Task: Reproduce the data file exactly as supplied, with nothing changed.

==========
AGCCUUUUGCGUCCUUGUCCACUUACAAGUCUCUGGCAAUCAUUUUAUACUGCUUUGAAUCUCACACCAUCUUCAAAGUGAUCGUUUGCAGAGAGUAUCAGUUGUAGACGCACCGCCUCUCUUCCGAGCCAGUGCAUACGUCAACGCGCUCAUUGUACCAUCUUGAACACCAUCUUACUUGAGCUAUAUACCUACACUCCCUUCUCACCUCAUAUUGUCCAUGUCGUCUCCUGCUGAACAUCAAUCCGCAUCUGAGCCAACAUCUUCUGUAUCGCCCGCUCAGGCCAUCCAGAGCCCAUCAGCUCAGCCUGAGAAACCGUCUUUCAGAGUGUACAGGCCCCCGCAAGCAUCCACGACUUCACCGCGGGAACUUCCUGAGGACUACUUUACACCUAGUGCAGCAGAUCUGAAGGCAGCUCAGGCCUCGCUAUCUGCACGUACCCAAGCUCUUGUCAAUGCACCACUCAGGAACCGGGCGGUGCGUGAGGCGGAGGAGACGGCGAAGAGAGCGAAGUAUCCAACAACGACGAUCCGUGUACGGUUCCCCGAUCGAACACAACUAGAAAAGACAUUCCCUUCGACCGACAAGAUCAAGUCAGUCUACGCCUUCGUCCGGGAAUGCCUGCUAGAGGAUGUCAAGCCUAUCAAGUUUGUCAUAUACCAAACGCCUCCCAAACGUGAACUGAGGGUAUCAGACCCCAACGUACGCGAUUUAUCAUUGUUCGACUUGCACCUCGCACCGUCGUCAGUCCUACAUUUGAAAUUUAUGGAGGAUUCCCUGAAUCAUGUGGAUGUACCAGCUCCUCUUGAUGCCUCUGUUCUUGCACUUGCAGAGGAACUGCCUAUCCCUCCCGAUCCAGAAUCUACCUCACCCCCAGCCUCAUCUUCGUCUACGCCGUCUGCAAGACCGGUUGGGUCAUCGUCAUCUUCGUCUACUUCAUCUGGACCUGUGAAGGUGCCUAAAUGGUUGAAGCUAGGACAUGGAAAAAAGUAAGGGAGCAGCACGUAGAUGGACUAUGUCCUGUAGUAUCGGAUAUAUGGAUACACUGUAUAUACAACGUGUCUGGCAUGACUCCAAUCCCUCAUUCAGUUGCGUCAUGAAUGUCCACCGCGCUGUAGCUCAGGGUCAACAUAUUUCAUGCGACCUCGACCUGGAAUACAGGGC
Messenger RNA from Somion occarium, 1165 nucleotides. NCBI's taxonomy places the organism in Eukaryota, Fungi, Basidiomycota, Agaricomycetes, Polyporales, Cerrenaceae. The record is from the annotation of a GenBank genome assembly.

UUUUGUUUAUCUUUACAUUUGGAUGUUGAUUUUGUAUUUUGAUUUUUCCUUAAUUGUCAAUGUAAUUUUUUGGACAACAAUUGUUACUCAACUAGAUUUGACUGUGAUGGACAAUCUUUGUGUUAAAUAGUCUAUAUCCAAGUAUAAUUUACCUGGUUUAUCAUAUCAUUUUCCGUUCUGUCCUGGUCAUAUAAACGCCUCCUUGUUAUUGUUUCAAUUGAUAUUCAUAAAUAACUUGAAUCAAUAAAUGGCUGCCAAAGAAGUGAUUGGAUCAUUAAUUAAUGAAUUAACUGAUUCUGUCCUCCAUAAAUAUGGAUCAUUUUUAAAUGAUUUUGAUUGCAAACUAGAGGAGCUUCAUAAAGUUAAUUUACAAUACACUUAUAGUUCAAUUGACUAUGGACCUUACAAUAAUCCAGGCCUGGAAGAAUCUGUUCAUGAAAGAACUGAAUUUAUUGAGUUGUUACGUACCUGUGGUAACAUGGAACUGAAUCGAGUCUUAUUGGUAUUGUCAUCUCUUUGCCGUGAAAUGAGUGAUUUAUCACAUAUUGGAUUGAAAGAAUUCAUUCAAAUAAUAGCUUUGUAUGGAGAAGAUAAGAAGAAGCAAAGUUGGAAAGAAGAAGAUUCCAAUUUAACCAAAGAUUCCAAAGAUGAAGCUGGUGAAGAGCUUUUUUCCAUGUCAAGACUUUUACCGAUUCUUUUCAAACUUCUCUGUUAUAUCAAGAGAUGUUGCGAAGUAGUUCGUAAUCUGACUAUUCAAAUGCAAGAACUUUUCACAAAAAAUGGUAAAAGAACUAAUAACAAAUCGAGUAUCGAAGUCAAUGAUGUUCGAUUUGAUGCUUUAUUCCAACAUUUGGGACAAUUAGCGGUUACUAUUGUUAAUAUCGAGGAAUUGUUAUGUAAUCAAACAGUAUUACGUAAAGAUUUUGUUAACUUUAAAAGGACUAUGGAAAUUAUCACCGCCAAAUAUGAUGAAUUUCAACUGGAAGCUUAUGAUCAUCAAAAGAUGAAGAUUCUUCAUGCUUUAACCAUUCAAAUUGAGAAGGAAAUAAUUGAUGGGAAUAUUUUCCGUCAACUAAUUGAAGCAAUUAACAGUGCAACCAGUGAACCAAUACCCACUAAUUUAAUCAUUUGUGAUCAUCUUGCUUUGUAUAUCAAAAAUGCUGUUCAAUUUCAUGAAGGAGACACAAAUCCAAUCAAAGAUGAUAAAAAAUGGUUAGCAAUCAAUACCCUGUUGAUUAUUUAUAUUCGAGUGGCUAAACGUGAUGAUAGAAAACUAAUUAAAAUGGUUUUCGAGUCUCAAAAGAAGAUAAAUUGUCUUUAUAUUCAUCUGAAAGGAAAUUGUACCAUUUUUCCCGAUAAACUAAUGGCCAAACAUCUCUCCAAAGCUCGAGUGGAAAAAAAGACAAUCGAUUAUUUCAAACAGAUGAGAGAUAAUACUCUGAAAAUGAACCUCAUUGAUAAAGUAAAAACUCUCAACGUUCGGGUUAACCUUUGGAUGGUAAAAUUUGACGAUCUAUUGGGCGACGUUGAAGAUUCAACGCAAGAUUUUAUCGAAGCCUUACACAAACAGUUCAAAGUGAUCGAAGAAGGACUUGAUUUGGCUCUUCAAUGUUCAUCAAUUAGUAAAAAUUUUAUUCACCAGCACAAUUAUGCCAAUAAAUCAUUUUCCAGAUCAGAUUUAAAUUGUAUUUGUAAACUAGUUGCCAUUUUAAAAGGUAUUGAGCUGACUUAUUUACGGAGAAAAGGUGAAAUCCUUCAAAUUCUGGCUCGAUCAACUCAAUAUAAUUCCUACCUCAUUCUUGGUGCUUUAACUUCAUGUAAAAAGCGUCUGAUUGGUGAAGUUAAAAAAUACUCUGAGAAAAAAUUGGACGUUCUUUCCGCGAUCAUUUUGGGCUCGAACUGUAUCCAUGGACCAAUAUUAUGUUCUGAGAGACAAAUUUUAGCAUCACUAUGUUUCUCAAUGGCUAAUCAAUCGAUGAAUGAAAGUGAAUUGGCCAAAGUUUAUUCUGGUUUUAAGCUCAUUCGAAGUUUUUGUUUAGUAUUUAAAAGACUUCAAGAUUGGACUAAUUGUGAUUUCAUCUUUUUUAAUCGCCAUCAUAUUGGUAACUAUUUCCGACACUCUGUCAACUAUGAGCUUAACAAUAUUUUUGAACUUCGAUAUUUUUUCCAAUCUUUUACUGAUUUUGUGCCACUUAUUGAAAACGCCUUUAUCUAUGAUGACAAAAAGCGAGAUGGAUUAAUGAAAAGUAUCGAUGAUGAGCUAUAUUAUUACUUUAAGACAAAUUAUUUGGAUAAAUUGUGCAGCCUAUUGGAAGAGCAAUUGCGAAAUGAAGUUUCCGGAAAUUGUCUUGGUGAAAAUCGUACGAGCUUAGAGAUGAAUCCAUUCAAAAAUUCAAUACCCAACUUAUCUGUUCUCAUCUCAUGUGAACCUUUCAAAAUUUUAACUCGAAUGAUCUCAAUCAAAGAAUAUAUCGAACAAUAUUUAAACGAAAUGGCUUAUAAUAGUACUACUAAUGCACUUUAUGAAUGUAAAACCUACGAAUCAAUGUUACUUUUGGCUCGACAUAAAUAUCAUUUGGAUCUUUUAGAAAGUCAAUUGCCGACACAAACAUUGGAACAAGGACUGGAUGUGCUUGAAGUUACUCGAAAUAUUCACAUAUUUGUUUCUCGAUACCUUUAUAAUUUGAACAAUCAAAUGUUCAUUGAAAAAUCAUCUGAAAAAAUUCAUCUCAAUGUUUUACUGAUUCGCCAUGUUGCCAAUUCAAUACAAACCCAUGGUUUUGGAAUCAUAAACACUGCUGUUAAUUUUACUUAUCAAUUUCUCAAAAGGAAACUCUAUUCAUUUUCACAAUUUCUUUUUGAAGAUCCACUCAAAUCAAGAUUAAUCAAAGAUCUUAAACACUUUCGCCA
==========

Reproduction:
AGCCUUUUGCGUCCUUGUCCACUUACAAGUCUCUGGCAAUCAUUUUAUACUGCUUUGAAUCUCACACCAUCUUCAAAGUGAUCGUUUGCAGAGAGUAUCAGUUGUAGACGCACCGCCUCUCUUCCGAGCCAGUGCAUACGUCAACGCGCUCAUUGUACCAUCUUGAACACCAUCUUACUUGAGCUAUAUACCUACACUCCCUUCUCACCUCAUAUUGUCCAUGUCGUCUCCUGCUGAACAUCAAUCCGCAUCUGAGCCAACAUCUUCUGUAUCGCCCGCUCAGGCCAUCCAGAGCCCAUCAGCUCAGCCUGAGAAACCGUCUUUCAGAGUGUACAGGCCCCCGCAAGCAUCCACGACUUCACCGCGGGAACUUCCUGAGGACUACUUUACACCUAGUGCAGCAGAUCUGAAGGCAGCUCAGGCCUCGCUAUCUGCACGUACCCAAGCUCUUGUCAAUGCACCACUCAGGAACCGGGCGGUGCGUGAGGCGGAGGAGACGGCGAAGAGAGCGAAGUAUCCAACAACGACGAUCCGUGUACGGUUCCCCGAUCGAACACAACUAGAAAAGACAUUCCCUUCGACCGACAAGAUCAAGUCAGUCUACGCCUUCGUCCGGGAAUGCCUGCUAGAGGAUGUCAAGCCUAUCAAGUUUGUCAUAUACCAAACGCCUCCCAAACGUGAACUGAGGGUAUCAGACCCCAACGUACGCGAUUUAUCAUUGUUCGACUUGCACCUCGCACCGUCGUCAGUCCUACAUUUGAAAUUUAUGGAGGAUUCCCUGAAUCAUGUGGAUGUACCAGCUCCUCUUGAUGCCUCUGUUCUUGCACUUGCAGAGGAACUGCCUAUCCCUCCCGAUCCAGAAUCUACCUCACCCCCAGCCUCAUCUUCGUCUACGCCGUCUGCAAGACCGGUUGGGUCAUCGUCAUCUUCGUCUACUUCAUCUGGACCUGUGAAGGUGCCUAAAUGGUUGAAGCUAGGACAUGGAAAAAAGUAAGGGAGCAGCACGUAGAUGGACUAUGUCCUGUAGUAUCGGAUAUAUGGAUACACUGUAUAUACAACGUGUCUGGCAUGACUCCAAUCCCUCAUUCAGUUGCGUCAUGAAUGUCCACCGCGCUGUAGCUCAGGGUCAACAUAUUUCAUGCGACCUCGACCUGGAAUACAGGGC
Messenger RNA from Somion occarium, 1165 nucleotides. NCBI's taxonomy places the organism in Eukaryota, Fungi, Basidiomycota, Agaricomycetes, Polyporales, Cerrenaceae. The record is from the annotation of a GenBank genome assembly.

UUUUGUUUAUCUUUACAUUUGGAUGUUGAUUUUGUAUUUUGAUUUUUCCUUAAUUGUCAAUGUAAUUUUUUGGACAACAAUUGUUACUCAACUAGAUUUGACUGUGAUGGACAAUCUUUGUGUUAAAUAGUCUAUAUCCAAGUAUAAUUUACCUGGUUUAUCAUAUCAUUUUCCGUUCUGUCCUGGUCAUAUAAACGCCUCCUUGUUAUUGUUUCAAUUGAUAUUCAUAAAUAACUUGAAUCAAUAAAUGGCUGCCAAAGAAGUGAUUGGAUCAUUAAUUAAUGAAUUAACUGAUUCUGUCCUCCAUAAAUAUGGAUCAUUUUUAAAUGAUUUUGAUUGCAAACUAGAGGAGCUUCAUAAAGUUAAUUUACAAUACACUUAUAGUUCAAUUGACUAUGGACCUUACAAUAAUCCAGGCCUGGAAGAAUCUGUUCAUGAAAGAACUGAAUUUAUUGAGUUGUUACGUACCUGUGGUAACAUGGAACUGAAUCGAGUCUUAUUGGUAUUGUCAUCUCUUUGCCGUGAAAUGAGUGAUUUAUCACAUAUUGGAUUGAAAGAAUUCAUUCAAAUAAUAGCUUUGUAUGGAGAAGAUAAGAAGAAGCAAAGUUGGAAAGAAGAAGAUUCCAAUUUAACCAAAGAUUCCAAAGAUGAAGCUGGUGAAGAGCUUUUUUCCAUGUCAAGACUUUUACCGAUUCUUUUCAAACUUCUCUGUUAUAUCAAGAGAUGUUGCGAAGUAGUUCGUAAUCUGACUAUUCAAAUGCAAGAACUUUUCACAAAAAAUGGUAAAAGAACUAAUAACAAAUCGAGUAUCGAAGUCAAUGAUGUUCGAUUUGAUGCUUUAUUCCAACAUUUGGGACAAUUAGCGGUUACUAUUGUUAAUAUCGAGGAAUUGUUAUGUAAUCAAACAGUAUUACGUAAAGAUUUUGUUAACUUUAAAAGGACUAUGGAAAUUAUCACCGCCAAAUAUGAUGAAUUUCAACUGGAAGCUUAUGAUCAUCAAAAGAUGAAGAUUCUUCAUGCUUUAACCAUUCAAAUUGAGAAGGAAAUAAUUGAUGGGAAUAUUUUCCGUCAACUAAUUGAAGCAAUUAACAGUGCAACCAGUGAACCAAUACCCACUAAUUUAAUCAUUUGUGAUCAUCUUGCUUUGUAUAUCAAAAAUGCUGUUCAAUUUCAUGAAGGAGACACAAAUCCAAUCAAAGAUGAUAAAAAAUGGUUAGCAAUCAAUACCCUGUUGAUUAUUUAUAUUCGAGUGGCUAAACGUGAUGAUAGAAAACUAAUUAAAAUGGUUUUCGAGUCUCAAAAGAAGAUAAAUUGUCUUUAUAUUCAUCUGAAAGGAAAUUGUACCAUUUUUCCCGAUAAACUAAUGGCCAAACAUCUCUCCAAAGCUCGAGUGGAAAAAAAGACAAUCGAUUAUUUCAAACAGAUGAGAGAUAAUACUCUGAAAAUGAACCUCAUUGAUAAAGUAAAAACUCUCAACGUUCGGGUUAACCUUUGGAUGGUAAAAUUUGACGAUCUAUUGGGCGACGUUGAAGAUUCAACGCAAGAUUUUAUCGAAGCCUUACACAAACAGUUCAAAGUGAUCGAAGAAGGACUUGAUUUGGCUCUUCAAUGUUCAUCAAUUAGUAAAAAUUUUAUUCACCAGCACAAUUAUGCCAAUAAAUCAUUUUCCAGAUCAGAUUUAAAUUGUAUUUGUAAACUAGUUGCCAUUUUAAAAGGUAUUGAGCUGACUUAUUUACGGAGAAAAGGUGAAAUCCUUCAAAUUCUGGCUCGAUCAACUCAAUAUAAUUCCUACCUCAUUCUUGGUGCUUUAACUUCAUGUAAAAAGCGUCUGAUUGGUGAAGUUAAAAAAUACUCUGAGAAAAAAUUGGACGUUCUUUCCGCGAUCAUUUUGGGCUCGAACUGUAUCCAUGGACCAAUAUUAUGUUCUGAGAGACAAAUUUUAGCAUCACUAUGUUUCUCAAUGGCUAAUCAAUCGAUGAAUGAAAGUGAAUUGGCCAAAGUUUAUUCUGGUUUUAAGCUCAUUCGAAGUUUUUGUUUAGUAUUUAAAAGACUUCAAGAUUGGACUAAUUGUGAUUUCAUCUUUUUUAAUCGCCAUCAUAUUGGUAACUAUUUCCGACACUCUGUCAACUAUGAGCUUAACAAUAUUUUUGAACUUCGAUAUUUUUUCCAAUCUUUUACUGAUUUUGUGCCACUUAUUGAAAACGCCUUUAUCUAUGAUGACAAAAAGCGAGAUGGAUUAAUGAAAAGUAUCGAUGAUGAGCUAUAUUAUUACUUUAAGACAAAUUAUUUGGAUAAAUUGUGCAGCCUAUUGGAAGAGCAAUUGCGAAAUGAAGUUUCCGGAAAUUGUCUUGGUGAAAAUCGUACGAGCUUAGAGAUGAAUCCAUUCAAAAAUUCAAUACCCAACUUAUCUGUUCUCAUCUCAUGUGAACCUUUCAAAAUUUUAACUCGAAUGAUCUCAAUCAAAGAAUAUAUCGAACAAUAUUUAAACGAAAUGGCUUAUAAUAGUACUACUAAUGCACUUUAUGAAUGUAAAACCUACGAAUCAAUGUUACUUUUGGCUCGACAUAAAUAUCAUUUGGAUCUUUUAGAAAGUCAAUUGCCGACACAAACAUUGGAACAAGGACUGGAUGUGCUUGAAGUUACUCGAAAUAUUCACAUAUUUGUUUCUCGAUACCUUUAUAAUUUGAACAAUCAAAUGUUCAUUGAAAAAUCAUCUGAAAAAAUUCAUCUCAAUGUUUUACUGAUUCGCCAUGUUGCCAAUUCAAUACAAACCCAUGGUUUUGGAAUCAUAAACACUGCUGUUAAUUUUACUUAUCAAUUUCUCAAAAGGAAACUCUAUUCAUUUUCACAAUUUCUUUUUGAAGAUCCACUCAAAUCAAGAUUAAUCAAAGAUCUUAAACACUUUCGCCA